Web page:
Retaining walls are used to hold the soil in its place and prevent the side of a slope or hill from collapsing. At the same time, they can make the area they’re protecting more attractive since they can be quite beautiful structures.
This guide will help you find answers to questions that revolve around retaining wall backfill materials, and their benefits.
We want you to get the best value for your money when building your own retaining wall, so read on!
Gravel is a type of base material used as a backfill, and it is the best backfill material that you can use. We recommend using gravel with at least 12 inches to backfill a retaining wall. For the rest of the space behind the wall, you can use compacted native soil.
For a retaining wall backfill, it is recommended to use clean, coarse gravel that is 3/4 inch to 1 inch in diameter. This type of gravel allows for proper drainage and prevents soil erosion behind the retaining wall. The gravel should be placed in layers and compacted properly to ensure the stability of the retaining wall.
- Drainage: Allows water to drain through it, reducing lateral pressure building up behind the retaining wall.
- Cost-effective: Relatively inexpensive compared to other materials such as concrete or crushed stone.
- Easy to install: Easy to spread and level.
- Erosion: Gravel can be subject to erosion over time, which can undermine the stability of the wall.
- Maintenance: Need to be replenished or leveled periodically to ensure the wall remains stable.
- Appearance: May not have the same aesthetic appeal as other materials, such as crushed stone or mulch.
This material consists primarily of sand or gravel that’s been compacted down to create a solid base for the wall itself. It can be placed directly into the area where you’ll be building your wall, or it can be used as an additional layer in conjunction with other materials like concrete blocks or stone.
- Cost-effective: Can save on costs associated with importing backfill materials.
- Environmentally friendly: Using retained soil as a backfill can reduce the environmental impact of a project, as it eliminates the need to transport and process materials from elsewhere.
- Stability: May not be as stable as imported materials, and may require additional compaction or stabilization methods to backfill a retaining wall.
- Quality: It may contain organic matter, clay, or other materials that can compromise the stability and integrity of the retaining wall.
- Drainage: Retained soil may not have the same drainage properties as other materials such as gravel and may lead to hydrostatic pressure and failure.
Concrete can also be used as an effective backfill for most retaining walls, especially if you plan on using it as part of a larger structure (like a patio). You’ll want to make sure that the concrete has been cured adequately before putting it into place though—otherwise it might crack or break apart over time!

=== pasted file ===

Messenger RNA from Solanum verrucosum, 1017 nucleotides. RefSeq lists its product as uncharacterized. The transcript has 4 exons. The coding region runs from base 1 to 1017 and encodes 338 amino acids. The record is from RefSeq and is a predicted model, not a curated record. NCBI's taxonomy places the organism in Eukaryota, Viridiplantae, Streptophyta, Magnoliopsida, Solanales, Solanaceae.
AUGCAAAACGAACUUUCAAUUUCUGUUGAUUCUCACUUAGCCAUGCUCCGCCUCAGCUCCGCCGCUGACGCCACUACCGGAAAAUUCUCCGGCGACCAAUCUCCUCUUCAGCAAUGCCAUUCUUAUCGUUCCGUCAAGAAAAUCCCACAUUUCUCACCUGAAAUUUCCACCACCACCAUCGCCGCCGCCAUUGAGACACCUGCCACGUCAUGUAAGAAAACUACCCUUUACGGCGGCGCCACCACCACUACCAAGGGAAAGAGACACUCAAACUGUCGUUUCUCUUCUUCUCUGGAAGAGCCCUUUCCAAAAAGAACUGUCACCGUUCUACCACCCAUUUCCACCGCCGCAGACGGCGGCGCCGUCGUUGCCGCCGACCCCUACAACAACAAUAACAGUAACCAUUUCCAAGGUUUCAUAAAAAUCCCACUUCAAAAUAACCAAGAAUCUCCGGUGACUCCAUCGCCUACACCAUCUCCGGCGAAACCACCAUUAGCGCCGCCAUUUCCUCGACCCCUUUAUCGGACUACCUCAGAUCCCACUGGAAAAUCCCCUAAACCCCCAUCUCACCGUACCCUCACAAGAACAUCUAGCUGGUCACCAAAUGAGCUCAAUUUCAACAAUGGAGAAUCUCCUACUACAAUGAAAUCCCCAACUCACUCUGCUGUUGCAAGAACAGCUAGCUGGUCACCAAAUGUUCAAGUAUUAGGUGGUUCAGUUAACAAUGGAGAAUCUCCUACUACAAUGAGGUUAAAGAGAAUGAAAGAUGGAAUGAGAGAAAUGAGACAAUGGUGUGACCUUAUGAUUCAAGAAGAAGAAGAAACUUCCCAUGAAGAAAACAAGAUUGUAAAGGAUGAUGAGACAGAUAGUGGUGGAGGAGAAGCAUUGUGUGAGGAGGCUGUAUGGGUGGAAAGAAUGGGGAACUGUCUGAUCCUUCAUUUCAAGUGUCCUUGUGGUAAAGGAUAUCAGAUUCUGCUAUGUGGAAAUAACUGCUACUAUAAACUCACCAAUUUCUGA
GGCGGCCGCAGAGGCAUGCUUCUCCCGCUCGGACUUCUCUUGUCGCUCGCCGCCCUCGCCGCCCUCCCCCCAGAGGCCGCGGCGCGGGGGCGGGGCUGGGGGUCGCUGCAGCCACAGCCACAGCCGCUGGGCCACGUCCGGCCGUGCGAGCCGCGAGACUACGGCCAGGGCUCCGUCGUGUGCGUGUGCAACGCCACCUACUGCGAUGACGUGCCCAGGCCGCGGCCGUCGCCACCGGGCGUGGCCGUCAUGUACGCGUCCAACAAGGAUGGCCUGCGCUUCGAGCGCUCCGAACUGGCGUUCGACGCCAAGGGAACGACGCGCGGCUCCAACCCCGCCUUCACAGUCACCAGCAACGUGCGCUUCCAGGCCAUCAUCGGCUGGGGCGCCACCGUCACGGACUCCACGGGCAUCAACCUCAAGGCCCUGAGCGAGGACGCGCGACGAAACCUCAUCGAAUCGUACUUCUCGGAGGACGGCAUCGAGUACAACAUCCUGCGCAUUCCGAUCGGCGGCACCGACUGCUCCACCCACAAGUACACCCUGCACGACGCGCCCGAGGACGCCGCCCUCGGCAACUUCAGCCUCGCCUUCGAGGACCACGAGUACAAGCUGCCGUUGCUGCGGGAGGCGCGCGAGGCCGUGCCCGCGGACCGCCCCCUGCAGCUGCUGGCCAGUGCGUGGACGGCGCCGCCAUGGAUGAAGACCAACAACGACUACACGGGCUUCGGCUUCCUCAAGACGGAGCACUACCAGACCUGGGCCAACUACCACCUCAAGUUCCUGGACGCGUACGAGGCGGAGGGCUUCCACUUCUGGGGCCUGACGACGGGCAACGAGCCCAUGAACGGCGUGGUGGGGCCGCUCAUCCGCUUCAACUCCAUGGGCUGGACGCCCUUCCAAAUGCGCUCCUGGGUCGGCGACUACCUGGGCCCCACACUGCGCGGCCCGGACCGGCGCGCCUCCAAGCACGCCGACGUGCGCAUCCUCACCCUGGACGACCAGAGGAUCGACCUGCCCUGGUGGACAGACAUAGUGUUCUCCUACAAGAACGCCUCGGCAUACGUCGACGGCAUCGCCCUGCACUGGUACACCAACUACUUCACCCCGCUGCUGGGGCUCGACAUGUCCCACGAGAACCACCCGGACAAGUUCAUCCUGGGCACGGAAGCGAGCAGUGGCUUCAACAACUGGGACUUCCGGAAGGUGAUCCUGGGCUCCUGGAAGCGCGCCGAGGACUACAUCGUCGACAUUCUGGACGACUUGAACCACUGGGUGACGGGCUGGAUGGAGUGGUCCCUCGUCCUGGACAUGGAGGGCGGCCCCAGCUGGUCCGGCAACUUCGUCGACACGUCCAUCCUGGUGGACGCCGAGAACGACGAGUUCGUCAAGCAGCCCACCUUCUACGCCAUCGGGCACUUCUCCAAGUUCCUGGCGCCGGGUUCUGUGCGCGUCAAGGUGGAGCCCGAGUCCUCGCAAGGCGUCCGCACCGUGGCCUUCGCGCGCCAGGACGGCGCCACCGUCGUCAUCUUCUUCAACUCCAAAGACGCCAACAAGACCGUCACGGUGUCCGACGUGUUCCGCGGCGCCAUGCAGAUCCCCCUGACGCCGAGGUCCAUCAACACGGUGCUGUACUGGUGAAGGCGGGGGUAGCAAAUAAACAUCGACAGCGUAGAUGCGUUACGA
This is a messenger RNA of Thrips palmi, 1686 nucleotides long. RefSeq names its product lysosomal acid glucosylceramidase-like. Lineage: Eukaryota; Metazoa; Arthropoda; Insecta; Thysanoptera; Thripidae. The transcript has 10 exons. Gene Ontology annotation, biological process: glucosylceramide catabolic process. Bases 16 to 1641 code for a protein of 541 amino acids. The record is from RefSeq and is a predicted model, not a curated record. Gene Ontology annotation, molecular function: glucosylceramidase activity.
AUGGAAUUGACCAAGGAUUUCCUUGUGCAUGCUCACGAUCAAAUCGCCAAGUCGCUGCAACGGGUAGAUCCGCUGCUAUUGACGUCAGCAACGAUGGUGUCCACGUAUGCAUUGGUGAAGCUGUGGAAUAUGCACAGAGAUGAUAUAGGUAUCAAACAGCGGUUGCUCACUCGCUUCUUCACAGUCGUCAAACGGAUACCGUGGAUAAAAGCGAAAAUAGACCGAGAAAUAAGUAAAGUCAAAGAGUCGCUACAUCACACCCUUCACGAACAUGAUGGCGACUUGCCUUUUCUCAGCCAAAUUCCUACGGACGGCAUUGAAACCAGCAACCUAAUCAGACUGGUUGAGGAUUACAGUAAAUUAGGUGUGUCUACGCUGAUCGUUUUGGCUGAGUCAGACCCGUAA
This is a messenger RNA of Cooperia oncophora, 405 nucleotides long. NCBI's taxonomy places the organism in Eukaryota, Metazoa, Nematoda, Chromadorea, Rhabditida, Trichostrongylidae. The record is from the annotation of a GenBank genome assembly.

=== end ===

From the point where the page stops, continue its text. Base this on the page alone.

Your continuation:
- Stability: Can provide a strong foundation for the retaining wall
- Durability: Durable and long-lasting material that can withstand weather and temperature changes
- Low maintenance: Requires minimal maintenance once installed
- Aesthetics: Can be poured in any shape and color, providing a polished and uniform look to the retaining wall
- Cost: More expensive than other materials such as gravel or drainage stone
- Heavy: Can be difficult to transport and install due to weight
- Not suitable for all soil conditions: Not the best option for soils that are high in clay or organic material
FAQs About Backfill Material for Retaining Walls:
What is the best material to use for backfill?
Gravel is a common choice for backfill material in retaining wall construction because it allows proper drainage and can help prevent the buildup of water pressure behind the wall. It also provides a stable base for the wall and helps to distribute the weight of the soil and other materials being retained.
What do you backfill a small retaining wall with?
Generally, it is best to use a granular material such as gravel or crushed stone for backfill. These materials allow for proper drainage and help prevent water pressure buildup behind the wall. It is also important to use the appropriate size and type of material for the specific application.
Another option is to use a drainage pipe behind the wall and then fill it with gravel or crushed stone. This will help to direct water away from the wall and prevent hydrostatic pressure from building up behind it.
Get Professional Help for Your Retaining Walls Today!
If you’re still unsure about what material should be used to backfill a retaining wall, Specialty Grading can help you out! We are the leading expert in grading, earthworks, and construction industries in Prescott Valley, Arizona.
Contact us today at (928) 899-8313.
We are a family-owned and operated business in different areas of Yavapai County such as Prescott, Prescott Valley, Dewey, and Chino Valley for over 20 years since 1995. With the help of our certified and licensed excavating and grading contractors, we take pride in providing our customers with efficient services and excellent value.